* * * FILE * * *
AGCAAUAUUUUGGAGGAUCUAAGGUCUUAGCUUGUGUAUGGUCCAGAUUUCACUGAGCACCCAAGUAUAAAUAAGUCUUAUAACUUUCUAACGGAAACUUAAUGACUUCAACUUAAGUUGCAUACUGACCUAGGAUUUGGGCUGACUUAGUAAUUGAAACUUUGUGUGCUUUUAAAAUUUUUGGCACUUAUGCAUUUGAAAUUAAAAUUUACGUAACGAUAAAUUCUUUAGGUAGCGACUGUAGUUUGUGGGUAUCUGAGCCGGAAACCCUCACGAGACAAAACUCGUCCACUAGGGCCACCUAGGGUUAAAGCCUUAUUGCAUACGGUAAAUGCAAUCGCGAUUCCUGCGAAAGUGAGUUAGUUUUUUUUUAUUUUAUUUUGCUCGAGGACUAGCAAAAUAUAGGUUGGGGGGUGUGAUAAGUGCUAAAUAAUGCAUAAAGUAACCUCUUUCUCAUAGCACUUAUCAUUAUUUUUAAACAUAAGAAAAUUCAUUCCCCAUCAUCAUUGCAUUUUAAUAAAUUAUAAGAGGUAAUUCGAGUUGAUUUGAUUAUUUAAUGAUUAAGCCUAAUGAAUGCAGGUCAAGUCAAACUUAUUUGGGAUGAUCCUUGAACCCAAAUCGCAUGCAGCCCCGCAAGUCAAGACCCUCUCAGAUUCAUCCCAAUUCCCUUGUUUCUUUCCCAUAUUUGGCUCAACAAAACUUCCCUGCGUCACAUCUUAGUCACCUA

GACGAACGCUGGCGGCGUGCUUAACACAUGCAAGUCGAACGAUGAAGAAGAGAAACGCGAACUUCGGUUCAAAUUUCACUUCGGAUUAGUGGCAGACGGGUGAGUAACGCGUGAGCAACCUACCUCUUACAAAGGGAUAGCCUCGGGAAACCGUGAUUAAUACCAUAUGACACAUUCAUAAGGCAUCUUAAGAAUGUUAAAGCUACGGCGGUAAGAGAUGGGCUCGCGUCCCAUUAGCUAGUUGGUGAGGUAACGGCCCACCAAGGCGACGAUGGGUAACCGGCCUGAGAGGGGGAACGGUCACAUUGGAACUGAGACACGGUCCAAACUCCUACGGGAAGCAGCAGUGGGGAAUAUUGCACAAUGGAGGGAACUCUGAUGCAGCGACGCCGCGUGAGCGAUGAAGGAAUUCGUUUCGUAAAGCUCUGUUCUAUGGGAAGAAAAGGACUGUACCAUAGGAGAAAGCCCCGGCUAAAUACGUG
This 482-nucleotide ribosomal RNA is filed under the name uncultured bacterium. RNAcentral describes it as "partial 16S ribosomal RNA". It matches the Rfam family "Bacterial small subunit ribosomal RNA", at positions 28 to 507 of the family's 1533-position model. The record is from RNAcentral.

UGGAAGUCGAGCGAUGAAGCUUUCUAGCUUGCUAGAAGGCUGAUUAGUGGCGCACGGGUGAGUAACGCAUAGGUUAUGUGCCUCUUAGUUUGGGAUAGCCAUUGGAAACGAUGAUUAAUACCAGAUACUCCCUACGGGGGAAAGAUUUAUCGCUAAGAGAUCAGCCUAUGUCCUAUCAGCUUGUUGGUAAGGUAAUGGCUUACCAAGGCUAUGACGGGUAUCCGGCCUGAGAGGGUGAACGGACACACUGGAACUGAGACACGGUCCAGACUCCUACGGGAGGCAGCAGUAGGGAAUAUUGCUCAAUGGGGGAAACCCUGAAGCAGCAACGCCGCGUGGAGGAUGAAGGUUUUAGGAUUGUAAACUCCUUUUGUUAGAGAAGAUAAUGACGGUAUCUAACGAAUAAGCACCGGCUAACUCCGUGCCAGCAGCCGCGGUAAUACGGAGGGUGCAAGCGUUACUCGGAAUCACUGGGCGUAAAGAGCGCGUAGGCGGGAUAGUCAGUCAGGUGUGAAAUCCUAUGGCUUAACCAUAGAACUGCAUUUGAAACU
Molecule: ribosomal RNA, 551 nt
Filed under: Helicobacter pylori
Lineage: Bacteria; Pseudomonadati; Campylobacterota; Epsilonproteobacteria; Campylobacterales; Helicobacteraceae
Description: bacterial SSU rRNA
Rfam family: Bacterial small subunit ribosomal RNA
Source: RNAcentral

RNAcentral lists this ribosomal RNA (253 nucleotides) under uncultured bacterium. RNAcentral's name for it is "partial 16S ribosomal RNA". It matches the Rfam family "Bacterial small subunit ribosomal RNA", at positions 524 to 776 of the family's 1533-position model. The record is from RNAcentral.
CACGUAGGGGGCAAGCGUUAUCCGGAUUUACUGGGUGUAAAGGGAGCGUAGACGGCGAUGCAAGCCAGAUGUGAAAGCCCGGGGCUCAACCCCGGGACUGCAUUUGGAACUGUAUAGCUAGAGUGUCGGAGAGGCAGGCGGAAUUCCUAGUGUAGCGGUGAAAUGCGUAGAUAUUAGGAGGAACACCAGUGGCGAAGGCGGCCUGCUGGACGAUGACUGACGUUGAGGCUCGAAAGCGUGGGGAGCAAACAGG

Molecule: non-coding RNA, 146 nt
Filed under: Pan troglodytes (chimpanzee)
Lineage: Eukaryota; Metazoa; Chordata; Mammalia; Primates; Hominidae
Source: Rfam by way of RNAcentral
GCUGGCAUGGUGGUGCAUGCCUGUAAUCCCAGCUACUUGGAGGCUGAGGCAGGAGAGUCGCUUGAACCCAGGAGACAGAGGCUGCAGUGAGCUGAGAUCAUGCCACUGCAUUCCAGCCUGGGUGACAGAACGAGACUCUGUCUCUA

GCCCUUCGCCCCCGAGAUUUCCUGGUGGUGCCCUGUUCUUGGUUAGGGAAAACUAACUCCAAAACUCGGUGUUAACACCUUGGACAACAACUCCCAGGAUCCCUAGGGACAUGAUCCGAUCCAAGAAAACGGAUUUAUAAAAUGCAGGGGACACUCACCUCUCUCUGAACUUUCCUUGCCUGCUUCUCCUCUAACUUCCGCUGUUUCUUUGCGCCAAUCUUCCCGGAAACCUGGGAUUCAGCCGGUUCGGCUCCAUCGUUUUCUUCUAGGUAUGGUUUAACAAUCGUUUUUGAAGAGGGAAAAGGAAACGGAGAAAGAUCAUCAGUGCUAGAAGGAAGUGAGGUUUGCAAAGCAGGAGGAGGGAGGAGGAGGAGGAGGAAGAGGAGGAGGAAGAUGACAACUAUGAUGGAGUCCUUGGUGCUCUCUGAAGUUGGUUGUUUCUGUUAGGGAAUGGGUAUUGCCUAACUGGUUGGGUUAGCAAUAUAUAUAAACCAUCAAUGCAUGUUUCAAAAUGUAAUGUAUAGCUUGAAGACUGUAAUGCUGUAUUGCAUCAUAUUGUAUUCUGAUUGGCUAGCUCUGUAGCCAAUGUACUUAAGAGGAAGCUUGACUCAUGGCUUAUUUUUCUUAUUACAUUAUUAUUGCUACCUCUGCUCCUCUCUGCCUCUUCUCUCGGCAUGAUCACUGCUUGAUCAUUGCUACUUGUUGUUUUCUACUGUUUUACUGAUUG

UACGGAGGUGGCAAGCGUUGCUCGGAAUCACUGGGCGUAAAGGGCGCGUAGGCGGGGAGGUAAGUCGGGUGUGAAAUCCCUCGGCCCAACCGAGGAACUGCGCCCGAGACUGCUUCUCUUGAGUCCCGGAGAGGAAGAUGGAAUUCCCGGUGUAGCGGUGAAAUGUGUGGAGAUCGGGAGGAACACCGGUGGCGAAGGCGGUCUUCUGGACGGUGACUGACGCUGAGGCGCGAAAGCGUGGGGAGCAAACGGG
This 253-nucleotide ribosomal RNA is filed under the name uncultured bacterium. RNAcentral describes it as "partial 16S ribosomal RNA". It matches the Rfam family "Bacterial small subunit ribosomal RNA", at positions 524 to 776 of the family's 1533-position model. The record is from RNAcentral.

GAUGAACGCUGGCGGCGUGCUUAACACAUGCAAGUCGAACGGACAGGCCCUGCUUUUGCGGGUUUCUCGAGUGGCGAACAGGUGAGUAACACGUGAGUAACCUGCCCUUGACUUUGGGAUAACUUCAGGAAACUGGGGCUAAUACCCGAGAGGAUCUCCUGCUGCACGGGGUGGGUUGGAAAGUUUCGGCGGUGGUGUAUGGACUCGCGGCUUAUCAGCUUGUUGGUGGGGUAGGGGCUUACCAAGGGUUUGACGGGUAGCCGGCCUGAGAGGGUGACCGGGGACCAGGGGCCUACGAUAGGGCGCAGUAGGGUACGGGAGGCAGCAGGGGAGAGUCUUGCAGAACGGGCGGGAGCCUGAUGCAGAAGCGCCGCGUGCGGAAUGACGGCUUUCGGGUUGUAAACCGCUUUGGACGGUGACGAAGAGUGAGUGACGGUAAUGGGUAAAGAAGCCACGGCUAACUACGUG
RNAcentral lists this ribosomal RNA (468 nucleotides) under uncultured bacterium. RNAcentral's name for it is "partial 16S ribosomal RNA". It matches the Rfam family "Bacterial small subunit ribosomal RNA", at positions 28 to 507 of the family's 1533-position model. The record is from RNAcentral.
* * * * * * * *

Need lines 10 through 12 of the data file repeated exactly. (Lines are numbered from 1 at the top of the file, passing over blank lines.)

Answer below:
Source: RNAcentral

RNAcentral lists this ribosomal RNA (253 nucleotides) under uncultured bacterium. RNAcentral's name for it is "partial 16S ribosomal RNA". It matches the Rfam family "Bacterial small subunit ribosomal RNA", at positions 524 to 776 of the family's 1533-position model. The record is from RNAcentral.
CACGUAGGGGGCAAGCGUUAUCCGGAUUUACUGGGUGUAAAGGGAGCGUAGACGGCGAUGCAAGCCAGAUGUGAAAGCCCGGGGCUCAACCCCGGGACUGCAUUUGGAACUGUAUAGCUAGAGUGUCGGAGAGGCAGGCGGAAUUCCUAGUGUAGCGGUGAAAUGCGUAGAUAUUAGGAGGAACACCAGUGGCGAAGGCGGCCUGCUGGACGAUGACUGACGUUGAGGCUCGAAAGCGUGGGGAGCAAACAGG